Immediately after graduation, I entered law school, where I was part of A '99, the block that made the most number of case digests and subject reviewers. The requirements for a happy law student life were the hardest to meet of all - one has to study 12 hours a day, memorize laws, read all the cases, wear all the latest fashion trends, get invited to parties, and, this was new for me - befriend all the celebrities' and politicians' children who entered Malcolm Hall year after year. There were other "must-haves" like a fraternity for men, a sorority/organization for women, an ability to consume large amounts of caffein, nicotine and alcohol, a semester or more as a member of the prestigious Order of the Purple Feather (the honor society of law school where harry potter's order must have been patterned from, hehe), a slot in the Top Twenty or at least the first two pages of the graduates' list (this is where the top law firms get their associates), etc. I barely survived law school alive. It was through prayer that I managed to graduate. I neither had the discipline nor the interest to study Latin in order to impress my future clients. I preferred to serve in the student government than to study criminal law, much to the chagrin of my professor who chose to humiliate me in front of class as a result. My classmates gave me hope, for they believed in me through and through. They made me edit and layout 90% of our reviewers, because it brought me so much joy and because I was the most obsessive-compulsive and perfectionist when it came to such things. They helped me through recitations, supported my student government projects, taught me the rules of drinking (the how-to's and the what-not-to-do's), and tried to inspire me to want to be the best law student I could be. If not for my classmates, I would probably have had a miserable time at Malcolm Hall. They were God's encouragers for me.
I fell back big time from my law school classmates when most of them passed the 1999 bar and I didn't. I was majorly disoriented because I was having periods of darkness and depression while they were celebrating their entry into the legal profession with one party after another. They felt for me and did what they could to support me through my second take, but I would never know the taste of passing the bar after your first take. That sets me apart from them.
When you're a normal student, it is easy to know who your classmates are, who to get support from, who to ask about the rules and requirements of the school you're in. Now that I have graduated from the university, I no longer have formal classmates. I am still not alone - with friends, family, community and officemates around, but the lessons we take are all different now. There is no one to share the latest "Sweet Dreams" novel regularly with, unlike in grade school. There is no one to copy scientific formulas and Egyptian characters' names from, unlike in high school. There is no one to prepare for me the parts of the thesis that I hated, unlike in college. There is no one to get "radyo" from during recitations, unlike in law school. Life is not as neat, orderly, and predictable.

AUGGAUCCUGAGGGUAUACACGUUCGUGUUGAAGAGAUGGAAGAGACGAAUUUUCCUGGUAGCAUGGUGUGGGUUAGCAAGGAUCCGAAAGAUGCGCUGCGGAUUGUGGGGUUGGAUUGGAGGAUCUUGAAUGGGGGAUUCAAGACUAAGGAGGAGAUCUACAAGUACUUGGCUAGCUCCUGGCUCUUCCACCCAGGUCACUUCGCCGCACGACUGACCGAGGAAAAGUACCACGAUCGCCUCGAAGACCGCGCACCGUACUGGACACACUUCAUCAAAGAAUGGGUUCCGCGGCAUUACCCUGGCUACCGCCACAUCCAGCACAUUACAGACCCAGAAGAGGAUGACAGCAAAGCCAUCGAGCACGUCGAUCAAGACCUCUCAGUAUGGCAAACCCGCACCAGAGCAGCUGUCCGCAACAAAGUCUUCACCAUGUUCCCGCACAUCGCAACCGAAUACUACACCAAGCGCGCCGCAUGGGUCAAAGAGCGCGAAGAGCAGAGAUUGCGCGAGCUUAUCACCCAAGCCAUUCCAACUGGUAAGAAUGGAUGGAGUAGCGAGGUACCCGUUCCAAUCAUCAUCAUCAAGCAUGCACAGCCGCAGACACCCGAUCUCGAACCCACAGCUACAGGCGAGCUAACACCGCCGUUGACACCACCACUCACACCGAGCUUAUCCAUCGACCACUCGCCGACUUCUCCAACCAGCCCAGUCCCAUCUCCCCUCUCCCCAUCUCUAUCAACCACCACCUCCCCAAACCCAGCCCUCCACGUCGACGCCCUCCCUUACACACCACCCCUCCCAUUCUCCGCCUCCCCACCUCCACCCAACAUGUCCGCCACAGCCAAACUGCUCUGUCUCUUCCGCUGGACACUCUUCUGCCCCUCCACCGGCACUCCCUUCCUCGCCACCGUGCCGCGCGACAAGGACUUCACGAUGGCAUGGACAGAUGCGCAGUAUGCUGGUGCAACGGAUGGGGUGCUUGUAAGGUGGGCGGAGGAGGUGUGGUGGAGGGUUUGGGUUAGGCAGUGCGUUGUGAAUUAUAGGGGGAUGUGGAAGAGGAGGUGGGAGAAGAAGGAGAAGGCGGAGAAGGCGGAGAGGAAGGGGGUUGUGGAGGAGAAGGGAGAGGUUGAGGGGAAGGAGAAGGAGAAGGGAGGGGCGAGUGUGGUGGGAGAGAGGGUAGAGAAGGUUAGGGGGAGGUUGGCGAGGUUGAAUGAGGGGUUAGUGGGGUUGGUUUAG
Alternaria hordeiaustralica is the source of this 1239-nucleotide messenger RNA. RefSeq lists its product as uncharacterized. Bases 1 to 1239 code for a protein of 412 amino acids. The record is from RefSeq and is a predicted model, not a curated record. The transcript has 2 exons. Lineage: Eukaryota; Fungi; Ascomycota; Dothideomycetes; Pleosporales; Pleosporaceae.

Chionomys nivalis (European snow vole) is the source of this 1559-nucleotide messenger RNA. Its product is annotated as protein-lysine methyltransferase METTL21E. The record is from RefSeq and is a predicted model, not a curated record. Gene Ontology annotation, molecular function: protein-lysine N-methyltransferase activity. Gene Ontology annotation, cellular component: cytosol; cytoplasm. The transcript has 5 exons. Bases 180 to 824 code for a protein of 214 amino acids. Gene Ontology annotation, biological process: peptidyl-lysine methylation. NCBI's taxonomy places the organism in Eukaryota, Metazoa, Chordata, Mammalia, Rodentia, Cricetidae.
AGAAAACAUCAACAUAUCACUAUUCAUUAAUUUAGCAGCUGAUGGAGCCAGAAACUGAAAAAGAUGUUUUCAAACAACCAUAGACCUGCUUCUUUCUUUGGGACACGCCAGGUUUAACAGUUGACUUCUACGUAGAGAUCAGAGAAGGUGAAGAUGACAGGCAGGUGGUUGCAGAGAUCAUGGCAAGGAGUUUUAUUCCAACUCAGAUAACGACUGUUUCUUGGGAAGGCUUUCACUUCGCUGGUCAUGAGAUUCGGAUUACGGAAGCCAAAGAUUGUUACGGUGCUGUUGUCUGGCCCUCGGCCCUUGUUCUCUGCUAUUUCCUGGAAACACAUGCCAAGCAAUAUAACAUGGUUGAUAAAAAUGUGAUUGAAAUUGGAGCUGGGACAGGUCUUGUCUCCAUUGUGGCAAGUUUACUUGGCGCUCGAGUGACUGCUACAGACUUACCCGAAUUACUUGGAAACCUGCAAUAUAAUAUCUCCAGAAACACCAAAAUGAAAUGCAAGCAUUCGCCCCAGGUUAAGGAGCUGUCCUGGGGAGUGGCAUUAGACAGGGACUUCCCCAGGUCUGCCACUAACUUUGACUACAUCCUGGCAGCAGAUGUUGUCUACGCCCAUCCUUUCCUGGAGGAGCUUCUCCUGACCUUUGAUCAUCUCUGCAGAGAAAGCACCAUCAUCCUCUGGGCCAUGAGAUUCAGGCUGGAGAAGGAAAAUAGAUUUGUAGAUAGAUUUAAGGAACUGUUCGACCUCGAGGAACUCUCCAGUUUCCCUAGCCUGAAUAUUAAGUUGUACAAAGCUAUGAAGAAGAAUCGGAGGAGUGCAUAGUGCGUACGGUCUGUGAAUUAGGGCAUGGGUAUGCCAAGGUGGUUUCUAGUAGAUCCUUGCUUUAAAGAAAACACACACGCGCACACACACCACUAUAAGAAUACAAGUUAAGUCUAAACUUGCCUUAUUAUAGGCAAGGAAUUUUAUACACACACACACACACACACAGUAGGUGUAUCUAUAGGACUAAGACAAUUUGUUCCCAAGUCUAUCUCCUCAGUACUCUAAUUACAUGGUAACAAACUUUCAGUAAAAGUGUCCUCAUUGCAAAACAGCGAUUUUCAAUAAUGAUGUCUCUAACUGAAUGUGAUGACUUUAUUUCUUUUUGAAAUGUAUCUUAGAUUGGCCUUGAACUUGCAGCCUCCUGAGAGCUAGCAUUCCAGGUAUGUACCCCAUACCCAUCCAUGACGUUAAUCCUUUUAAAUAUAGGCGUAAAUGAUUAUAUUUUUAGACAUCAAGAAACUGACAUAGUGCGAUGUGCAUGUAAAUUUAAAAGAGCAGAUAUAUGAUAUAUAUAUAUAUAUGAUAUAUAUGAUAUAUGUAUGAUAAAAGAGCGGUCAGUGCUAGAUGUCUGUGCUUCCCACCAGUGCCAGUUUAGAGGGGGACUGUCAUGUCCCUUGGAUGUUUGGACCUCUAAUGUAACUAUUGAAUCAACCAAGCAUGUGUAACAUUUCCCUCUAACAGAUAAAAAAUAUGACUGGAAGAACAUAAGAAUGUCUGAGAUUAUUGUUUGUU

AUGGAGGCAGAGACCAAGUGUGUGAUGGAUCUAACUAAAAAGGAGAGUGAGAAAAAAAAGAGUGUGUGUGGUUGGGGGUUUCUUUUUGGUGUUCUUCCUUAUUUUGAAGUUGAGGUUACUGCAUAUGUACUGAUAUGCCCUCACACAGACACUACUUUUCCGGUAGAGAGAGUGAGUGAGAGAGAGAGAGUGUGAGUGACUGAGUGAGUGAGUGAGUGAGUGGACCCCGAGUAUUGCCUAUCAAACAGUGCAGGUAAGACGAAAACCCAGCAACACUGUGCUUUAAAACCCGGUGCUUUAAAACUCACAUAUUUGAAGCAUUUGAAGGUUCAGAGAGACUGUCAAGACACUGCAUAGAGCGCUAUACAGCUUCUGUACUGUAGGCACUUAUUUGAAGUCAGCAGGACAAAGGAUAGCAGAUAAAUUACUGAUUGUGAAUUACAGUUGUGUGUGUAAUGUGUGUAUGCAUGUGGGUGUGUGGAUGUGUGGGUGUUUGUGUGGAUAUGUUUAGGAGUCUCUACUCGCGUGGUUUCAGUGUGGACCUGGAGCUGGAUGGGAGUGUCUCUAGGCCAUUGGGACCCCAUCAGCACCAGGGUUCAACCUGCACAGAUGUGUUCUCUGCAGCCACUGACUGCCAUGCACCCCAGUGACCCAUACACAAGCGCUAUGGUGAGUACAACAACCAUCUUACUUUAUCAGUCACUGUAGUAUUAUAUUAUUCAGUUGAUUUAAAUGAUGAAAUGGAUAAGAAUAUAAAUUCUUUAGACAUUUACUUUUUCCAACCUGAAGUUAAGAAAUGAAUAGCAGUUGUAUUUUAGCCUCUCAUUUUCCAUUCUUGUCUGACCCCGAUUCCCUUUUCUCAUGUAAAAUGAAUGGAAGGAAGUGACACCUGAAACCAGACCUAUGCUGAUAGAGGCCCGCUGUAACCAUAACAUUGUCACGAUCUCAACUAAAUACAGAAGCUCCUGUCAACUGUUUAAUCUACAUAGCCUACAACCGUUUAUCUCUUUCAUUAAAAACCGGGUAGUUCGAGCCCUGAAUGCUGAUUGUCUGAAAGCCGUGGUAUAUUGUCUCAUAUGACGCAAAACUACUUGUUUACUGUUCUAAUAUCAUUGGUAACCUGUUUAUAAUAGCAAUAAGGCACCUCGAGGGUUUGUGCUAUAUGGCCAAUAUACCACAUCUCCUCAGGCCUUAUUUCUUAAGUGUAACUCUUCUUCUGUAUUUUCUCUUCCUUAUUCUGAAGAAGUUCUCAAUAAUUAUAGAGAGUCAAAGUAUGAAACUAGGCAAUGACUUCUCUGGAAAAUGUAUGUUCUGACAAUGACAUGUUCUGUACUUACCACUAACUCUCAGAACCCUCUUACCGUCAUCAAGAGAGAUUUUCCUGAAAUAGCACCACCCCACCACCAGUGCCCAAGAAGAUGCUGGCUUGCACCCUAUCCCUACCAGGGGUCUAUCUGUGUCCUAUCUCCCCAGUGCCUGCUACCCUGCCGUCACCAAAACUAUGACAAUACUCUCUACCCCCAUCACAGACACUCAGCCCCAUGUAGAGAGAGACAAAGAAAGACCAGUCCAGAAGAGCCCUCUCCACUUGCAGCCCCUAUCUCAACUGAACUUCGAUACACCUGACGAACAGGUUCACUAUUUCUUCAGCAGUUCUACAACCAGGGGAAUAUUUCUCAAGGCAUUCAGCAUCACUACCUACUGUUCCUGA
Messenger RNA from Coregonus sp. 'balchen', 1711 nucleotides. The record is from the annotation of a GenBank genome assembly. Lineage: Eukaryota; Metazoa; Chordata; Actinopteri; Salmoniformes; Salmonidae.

Yet I know that I am not alone. I have classmates in learning, classmates in hoping, and classmates in discovering. Our classes may not last beyond one hour, for Scripture lessons; one weekend, for retreats; or one week, for conferences, but I do find classmates still. I have teachers up to this day - a father confessor, a spiritual directress, a service leader, a national director, a women's moderator, a family counselor, among other things, but I don't get grades or honors or awards anymore. I don't get conditional "4's", "incompletes" or even red failing marks from them, but how life turns out seems to show me how I did with the lessons they imparted to me.
Most of the time, however, I find that I am physically alone, with a prayer in my head and a song in my heart, and a pen or a computer in my hands. This classroom called earth can be intimidating at times. I long for moments I could spend with my Dumbledores. I wait for glimpses of Aslan to keep me going. I search for hidden treasure, within me and in the world around me. A lot of the time, I find that I am waiting. Perhaps the readers of this blog are my classmates in waiting.
Sometimes we have such conversations with God. In our prayer time we complain, "Lord, I am an active member of a community that used to be bursting with members, how come scandals have affected us and we are now smaller in number?" or "Lord, I have been serving you for a long time, why did you allow misfortunes to happen to my family left and right?" or this, from me, "Father, if the Philippines is the only Catholic and Christian country in Asia, how come we are in a constant political and economic crisis? When will poverty, pollution and corruption end?" Sometimes, God's reply is not to send some other hero or leader to use his magic wand or staff to bring about a miraculous change in our situation. No, we have seen how God would sometimes ask us to be part of the solution. In our community, workplace, family, parish, or country, God looks for people who question, because they are the ones who care the most. We know that man looks at the outward appearance, but God looks at the heart. Therefore God has made some famous choices of people who are most unlikely to serve him - Abraham, who was old and childless; David who was young and prone to fits of passion; Gideon, who was least in his family and who came from the weakest clan; Mary, who was a virgin and who was about to marry Joseph.